That’s just my wish, but ‘you’ need to do whatever is right for you and I have no say in that matter other than to ensure you know that I am a safe person. I hope anyway.

Rather than get angry that such an event leaves us out, let’s realize that we all have to work harder to show the true love that exists in our communities. Let’s do something about it ourselves rather than condemn the efforts others are making helping to ensure everyone has a place they know is free from the hate that is alive and well. Much of which is truly only seen in its darkest of forms from those that have faced this discrimination day in and day out for far too many generations.

It’s 2016??? Let’s do a better job standing up and speaking out when we hear or witness marginalization of any kind. It starts in education, and news of our students learning topics like the true history of our Indigenous people as one example, gives me hope that our children will grow up with better knowledge and tools for a more inclusive and understanding society. Let’s not count on education alone though. We must teach our youth together as a broader community.

Let’s use mention of groups for those who have been marginalized as a reminder of the work that still needs to be done. Without their existence we are left to assume the world is one big happy place and that with what we read or watch in our world news headlines, is otherwise so far away and not present in our own backyards.

I don’t care if being gay isn’t for you. I don’t care if you don’t like someone asking to be called non-binary. I don’t care if you don’t agree with the Quran or the Bible or evolution or a single creator. I don’t care what you don’t believe in ‘for you’. Let’s all stand up to the freedom for others to feel what’s right for them and leave it at that.

Let’s mind our own business unless someone’s right to be who they are and proud of it is at threat. Let others know how something makes you feel so they can see their thoughts from all angles, but leave right and wrong in the end to the individual unless of course their intention is to purposely physically or mentally hurt another.

Forget inclusion based on other’s definition. If right now what’s best for you is to be around those that have suffered the same pains, then you know what is right for you. When the time comes, just know there are more people who would not for one second treat you the way you have been treated, and that we are there to support you.

There is a hell of a lot of love and compassion in our community. Let’s all play a part in helping that message shine the brightest and not make those trying to offer safe places for people, afraid to even let the community know that they exist.

I am sorry this type of group or class is needed, but glad there are many in the community working tirelessly to provide such experiences.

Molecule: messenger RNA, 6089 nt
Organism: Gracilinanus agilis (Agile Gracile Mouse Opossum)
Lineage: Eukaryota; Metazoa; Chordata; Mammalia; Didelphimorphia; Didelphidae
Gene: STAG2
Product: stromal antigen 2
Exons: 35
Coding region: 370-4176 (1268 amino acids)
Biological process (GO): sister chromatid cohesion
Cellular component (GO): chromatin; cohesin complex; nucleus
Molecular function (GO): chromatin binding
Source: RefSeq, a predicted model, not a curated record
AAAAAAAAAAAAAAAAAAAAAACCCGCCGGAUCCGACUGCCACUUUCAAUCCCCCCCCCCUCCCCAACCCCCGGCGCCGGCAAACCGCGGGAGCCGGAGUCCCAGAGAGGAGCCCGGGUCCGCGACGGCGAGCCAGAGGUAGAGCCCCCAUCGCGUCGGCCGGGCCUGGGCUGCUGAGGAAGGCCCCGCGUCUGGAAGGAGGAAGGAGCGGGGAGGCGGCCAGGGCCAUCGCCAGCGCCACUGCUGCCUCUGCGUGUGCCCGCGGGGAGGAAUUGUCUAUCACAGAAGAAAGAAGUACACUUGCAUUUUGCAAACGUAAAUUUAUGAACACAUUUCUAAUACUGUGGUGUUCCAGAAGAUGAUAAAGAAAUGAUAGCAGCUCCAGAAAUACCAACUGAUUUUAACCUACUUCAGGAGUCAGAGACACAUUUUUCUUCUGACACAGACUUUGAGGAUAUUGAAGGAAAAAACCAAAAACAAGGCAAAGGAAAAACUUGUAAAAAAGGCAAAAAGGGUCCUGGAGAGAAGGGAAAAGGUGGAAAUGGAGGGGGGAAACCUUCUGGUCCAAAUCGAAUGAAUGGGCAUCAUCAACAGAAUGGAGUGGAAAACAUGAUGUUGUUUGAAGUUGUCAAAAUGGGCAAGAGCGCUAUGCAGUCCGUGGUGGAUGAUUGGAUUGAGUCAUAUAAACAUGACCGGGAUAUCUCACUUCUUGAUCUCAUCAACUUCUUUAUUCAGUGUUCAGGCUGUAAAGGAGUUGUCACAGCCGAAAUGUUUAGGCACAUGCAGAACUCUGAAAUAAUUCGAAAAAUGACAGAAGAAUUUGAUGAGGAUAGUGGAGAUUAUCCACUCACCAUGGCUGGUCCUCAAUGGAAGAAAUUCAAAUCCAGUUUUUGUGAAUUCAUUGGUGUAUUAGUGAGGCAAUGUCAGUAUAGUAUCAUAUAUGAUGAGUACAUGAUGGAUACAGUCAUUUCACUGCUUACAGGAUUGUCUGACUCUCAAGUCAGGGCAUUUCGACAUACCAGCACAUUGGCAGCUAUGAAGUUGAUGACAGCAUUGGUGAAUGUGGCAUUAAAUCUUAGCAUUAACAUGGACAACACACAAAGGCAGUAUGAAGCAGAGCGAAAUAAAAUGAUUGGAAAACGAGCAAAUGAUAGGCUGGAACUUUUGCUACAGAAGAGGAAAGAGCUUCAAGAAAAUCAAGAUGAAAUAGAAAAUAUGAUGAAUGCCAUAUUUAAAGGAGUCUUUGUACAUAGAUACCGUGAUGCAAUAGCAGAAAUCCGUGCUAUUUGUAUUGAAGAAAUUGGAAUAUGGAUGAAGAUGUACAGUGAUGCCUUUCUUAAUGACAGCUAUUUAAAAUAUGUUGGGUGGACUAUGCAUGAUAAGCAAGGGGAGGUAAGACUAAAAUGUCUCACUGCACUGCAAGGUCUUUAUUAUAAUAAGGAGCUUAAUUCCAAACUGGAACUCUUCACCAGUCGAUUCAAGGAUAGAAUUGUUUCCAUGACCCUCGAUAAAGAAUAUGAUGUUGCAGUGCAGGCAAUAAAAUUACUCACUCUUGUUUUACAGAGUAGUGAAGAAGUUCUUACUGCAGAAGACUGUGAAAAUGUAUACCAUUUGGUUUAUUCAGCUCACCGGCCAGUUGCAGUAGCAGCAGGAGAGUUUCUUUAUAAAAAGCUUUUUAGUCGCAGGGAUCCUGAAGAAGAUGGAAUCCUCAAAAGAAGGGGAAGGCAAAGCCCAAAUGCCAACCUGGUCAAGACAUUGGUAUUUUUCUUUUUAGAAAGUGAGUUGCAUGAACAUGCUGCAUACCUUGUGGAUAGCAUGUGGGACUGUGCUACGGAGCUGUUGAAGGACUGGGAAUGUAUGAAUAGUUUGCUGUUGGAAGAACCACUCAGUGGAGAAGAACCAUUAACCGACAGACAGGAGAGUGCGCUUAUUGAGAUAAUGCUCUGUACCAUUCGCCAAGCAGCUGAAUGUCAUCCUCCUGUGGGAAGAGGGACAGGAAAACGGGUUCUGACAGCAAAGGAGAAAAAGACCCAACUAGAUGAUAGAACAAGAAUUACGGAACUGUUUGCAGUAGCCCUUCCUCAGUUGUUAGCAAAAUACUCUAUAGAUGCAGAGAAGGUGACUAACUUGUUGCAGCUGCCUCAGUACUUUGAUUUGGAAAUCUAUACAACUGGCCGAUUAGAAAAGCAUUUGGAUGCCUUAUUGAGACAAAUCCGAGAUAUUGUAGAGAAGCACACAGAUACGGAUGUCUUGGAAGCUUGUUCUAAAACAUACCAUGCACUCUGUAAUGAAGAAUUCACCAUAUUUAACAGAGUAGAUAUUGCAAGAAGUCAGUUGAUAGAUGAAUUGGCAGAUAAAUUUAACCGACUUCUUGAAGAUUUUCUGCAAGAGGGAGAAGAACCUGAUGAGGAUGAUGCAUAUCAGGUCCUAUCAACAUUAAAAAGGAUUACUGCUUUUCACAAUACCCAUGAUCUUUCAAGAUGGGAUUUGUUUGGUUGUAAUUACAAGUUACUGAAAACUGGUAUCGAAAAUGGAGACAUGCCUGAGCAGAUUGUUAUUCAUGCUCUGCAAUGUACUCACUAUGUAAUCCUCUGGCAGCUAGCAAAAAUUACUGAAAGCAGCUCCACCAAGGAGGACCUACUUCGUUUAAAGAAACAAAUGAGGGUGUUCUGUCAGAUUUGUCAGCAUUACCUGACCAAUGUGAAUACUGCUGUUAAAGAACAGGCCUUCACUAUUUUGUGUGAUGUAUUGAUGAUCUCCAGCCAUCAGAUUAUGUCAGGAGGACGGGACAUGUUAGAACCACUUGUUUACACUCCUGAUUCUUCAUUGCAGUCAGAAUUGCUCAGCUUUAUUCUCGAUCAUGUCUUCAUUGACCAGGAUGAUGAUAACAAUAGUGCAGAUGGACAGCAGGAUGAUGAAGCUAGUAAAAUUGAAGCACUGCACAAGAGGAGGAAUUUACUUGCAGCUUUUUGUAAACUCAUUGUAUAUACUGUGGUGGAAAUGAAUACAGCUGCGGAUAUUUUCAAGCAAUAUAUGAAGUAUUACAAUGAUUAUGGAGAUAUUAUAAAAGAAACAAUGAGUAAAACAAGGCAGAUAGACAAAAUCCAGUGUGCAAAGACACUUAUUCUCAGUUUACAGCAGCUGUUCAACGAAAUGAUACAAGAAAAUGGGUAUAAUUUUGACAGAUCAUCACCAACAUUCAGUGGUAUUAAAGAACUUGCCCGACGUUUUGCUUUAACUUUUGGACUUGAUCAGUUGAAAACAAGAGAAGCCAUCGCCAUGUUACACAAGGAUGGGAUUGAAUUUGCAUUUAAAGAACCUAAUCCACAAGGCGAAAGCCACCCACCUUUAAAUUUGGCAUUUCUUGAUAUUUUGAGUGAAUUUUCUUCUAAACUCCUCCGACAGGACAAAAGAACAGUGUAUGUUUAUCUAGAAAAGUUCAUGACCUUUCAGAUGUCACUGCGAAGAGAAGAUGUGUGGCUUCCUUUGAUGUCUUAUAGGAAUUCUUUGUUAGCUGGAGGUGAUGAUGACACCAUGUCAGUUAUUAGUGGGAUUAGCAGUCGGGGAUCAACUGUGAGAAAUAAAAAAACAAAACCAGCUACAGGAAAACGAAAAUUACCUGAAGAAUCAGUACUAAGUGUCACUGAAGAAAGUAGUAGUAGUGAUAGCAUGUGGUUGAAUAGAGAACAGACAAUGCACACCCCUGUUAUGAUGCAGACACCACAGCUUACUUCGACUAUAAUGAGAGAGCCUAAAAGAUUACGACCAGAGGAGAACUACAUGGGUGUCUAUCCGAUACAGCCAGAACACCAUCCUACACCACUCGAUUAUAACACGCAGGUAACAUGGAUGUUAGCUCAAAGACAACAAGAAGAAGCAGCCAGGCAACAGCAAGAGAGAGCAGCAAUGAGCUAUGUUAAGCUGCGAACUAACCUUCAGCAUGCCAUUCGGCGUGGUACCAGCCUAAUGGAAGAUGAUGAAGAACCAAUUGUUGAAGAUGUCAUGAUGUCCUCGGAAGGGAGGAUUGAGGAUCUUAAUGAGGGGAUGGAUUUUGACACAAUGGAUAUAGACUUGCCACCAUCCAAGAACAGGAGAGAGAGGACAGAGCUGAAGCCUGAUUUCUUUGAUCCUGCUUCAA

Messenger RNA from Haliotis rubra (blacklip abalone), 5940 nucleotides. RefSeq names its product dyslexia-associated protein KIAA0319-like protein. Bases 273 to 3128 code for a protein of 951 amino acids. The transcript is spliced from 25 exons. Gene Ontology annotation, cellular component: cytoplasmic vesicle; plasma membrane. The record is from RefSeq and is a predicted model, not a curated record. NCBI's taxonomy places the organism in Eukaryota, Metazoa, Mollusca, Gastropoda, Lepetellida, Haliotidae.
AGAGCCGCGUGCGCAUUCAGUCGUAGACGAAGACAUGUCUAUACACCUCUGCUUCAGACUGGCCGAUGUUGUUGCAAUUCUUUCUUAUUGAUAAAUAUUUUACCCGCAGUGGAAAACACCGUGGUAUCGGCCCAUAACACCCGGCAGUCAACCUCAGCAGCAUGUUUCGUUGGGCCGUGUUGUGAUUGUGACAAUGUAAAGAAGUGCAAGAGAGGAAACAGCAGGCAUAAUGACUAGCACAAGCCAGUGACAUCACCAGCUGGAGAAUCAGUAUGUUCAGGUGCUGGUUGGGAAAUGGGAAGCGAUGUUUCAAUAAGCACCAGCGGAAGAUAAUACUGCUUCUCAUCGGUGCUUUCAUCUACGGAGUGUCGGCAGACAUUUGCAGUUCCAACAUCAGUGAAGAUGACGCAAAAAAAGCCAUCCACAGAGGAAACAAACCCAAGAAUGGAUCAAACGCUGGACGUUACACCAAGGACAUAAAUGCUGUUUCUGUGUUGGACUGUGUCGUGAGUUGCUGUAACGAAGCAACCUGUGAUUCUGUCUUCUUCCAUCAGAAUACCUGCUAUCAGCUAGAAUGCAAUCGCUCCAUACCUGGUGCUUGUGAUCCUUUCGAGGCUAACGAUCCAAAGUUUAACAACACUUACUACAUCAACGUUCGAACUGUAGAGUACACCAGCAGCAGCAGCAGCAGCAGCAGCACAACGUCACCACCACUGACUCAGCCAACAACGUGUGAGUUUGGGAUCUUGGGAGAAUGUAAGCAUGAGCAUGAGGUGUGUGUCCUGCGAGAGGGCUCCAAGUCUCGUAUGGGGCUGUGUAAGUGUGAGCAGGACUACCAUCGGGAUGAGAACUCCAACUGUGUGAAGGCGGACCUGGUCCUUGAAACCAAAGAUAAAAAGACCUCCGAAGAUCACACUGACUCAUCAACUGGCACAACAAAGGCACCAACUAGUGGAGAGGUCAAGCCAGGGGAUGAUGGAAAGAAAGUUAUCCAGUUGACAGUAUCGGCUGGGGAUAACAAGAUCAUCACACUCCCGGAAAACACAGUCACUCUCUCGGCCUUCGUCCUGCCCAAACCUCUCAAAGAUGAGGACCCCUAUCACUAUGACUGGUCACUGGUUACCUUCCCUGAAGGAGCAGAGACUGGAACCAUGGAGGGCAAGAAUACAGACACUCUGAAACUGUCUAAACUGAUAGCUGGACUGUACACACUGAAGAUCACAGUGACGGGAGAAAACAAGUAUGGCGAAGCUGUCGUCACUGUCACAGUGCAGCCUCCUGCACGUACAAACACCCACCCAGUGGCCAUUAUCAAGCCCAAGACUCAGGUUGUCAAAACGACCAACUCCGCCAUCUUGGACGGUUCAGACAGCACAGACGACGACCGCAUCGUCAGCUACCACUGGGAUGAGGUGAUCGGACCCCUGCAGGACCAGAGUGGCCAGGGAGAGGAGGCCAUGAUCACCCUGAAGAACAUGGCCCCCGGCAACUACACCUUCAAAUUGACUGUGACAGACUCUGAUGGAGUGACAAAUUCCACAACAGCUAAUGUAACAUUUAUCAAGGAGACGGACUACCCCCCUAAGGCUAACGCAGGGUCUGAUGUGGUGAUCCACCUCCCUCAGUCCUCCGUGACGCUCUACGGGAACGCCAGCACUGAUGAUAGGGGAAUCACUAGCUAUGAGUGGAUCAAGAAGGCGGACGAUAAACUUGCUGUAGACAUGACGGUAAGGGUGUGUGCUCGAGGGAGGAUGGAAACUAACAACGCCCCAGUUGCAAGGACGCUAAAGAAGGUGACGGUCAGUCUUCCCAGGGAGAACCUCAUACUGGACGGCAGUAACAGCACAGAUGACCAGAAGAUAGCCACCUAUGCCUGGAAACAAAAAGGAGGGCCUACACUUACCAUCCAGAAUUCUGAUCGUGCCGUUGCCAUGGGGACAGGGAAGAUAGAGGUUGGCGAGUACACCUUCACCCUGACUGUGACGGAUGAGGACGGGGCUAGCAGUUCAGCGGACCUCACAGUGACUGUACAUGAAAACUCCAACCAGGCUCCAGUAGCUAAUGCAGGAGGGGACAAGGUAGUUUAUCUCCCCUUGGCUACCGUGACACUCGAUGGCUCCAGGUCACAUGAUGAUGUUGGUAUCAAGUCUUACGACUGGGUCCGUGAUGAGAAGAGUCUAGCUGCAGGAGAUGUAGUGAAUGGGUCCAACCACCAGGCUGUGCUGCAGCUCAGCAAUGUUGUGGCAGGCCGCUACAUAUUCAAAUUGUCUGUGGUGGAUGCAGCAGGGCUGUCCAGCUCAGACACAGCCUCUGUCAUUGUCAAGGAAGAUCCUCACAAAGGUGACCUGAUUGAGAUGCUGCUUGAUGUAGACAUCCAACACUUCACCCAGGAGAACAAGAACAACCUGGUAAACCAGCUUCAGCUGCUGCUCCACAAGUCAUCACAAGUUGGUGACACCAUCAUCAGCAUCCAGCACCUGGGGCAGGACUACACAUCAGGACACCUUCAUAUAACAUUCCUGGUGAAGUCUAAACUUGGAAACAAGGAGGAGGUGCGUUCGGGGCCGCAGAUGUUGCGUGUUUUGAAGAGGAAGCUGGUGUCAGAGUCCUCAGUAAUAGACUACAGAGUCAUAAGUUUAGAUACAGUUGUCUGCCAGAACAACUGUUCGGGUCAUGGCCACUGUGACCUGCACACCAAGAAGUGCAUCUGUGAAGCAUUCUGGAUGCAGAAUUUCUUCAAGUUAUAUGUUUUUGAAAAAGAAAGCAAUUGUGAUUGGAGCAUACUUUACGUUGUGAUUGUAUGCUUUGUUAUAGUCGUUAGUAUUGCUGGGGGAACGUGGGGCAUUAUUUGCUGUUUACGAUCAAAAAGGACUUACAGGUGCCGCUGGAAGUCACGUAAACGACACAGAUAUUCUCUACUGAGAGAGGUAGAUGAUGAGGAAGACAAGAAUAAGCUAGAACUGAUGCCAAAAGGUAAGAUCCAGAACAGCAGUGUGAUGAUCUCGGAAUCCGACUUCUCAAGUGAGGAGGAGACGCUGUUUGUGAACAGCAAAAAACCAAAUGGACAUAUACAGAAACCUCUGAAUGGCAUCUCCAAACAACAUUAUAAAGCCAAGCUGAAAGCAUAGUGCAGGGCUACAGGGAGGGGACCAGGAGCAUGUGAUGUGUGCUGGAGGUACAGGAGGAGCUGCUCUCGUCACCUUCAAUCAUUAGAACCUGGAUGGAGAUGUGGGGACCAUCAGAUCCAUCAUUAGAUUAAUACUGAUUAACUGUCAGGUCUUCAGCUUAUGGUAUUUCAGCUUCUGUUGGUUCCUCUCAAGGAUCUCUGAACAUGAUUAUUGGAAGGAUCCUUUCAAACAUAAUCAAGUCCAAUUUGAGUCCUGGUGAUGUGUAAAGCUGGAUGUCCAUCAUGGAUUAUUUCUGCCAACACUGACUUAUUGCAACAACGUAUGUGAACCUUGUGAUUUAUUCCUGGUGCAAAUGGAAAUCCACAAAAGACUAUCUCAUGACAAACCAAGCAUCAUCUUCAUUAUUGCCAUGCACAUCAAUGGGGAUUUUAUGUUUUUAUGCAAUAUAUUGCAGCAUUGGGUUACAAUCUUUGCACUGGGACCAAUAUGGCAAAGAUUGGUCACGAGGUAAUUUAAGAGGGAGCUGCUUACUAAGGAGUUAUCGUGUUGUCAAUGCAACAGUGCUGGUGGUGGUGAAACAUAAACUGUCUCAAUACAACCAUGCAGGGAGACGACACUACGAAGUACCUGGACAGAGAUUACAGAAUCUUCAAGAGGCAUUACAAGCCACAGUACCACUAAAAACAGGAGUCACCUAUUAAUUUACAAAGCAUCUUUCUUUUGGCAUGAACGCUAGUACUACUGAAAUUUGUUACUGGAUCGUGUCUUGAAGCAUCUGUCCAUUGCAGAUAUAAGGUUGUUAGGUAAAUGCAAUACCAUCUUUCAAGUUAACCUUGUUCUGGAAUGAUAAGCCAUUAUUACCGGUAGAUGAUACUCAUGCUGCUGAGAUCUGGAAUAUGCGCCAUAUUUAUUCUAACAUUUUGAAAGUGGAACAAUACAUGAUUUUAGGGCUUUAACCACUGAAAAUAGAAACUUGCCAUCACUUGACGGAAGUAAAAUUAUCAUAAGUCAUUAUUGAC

Perhaps we need events where we walk a mile in many different shoes.

I want to thank this person, for the work they do in our community because her past efforts are proof that the creation of such a class comes from a very good place.


Categories: Human Interest, Miscelaneous | Tags: , , , , , , | Leave a comment

From One Jr. To Another – A Message to Donald Trump Jr.

The following is a letter in response to a post on Donald Trump’s Instagram account where he shared a letter a little girl sent to her father.

Snapshot from Donald Trump Jr.'s Instagram account.

Snapshot from Donald Trump Jr.’s Instagram account.

Subject: From one Jr. to Another


Dear Dr. Donald Trump Jr.,

This letter from an otherwise bright young woman, shows the weaknesses of our public educational systems in teaching our children what is right and wrong on a much more broader scope. Not that we don’t to some degree, but the focus is not strong enough to have these lessons carried the strongest beyond their secondary school years; above academics because without good basic morals, academia means nothing.

The way your father talks about woman, generalizes Muslims like we once did our Indigenous, African-American’s, Japanese or our LGBTQ community. The way he boasts about America building walls between great nations instead of relationships, and even simple things like blurting out ‘crooked Hillary’ all the time. This is not good leadership especially where setting a good example for our children is concerned. No child who has been taught what’s right and wrong before even learning arithmetic and literacy would ever write such a letter to any potential leader of what on the surface is a beautiful country.

You’re a father yourself. You even have a little girl.  The next time your father speaks, take your son glasses off and put on your dad shades. Would that be the voice you would want your own children to model after? Would you be proud to hear your boy or girl running off at the mouth calling people names, making poor excuses for the way they treated the opposite (or same) sex? Would you be a proud dad who felt he did well by how you have raised your son or daughter as he or she shouts out ‘I’ll bomb the shit out of them?’ Will you allow your sons to talk about woman the way your dad does? What about your daughter? Do you think she deserves this kind of treatment?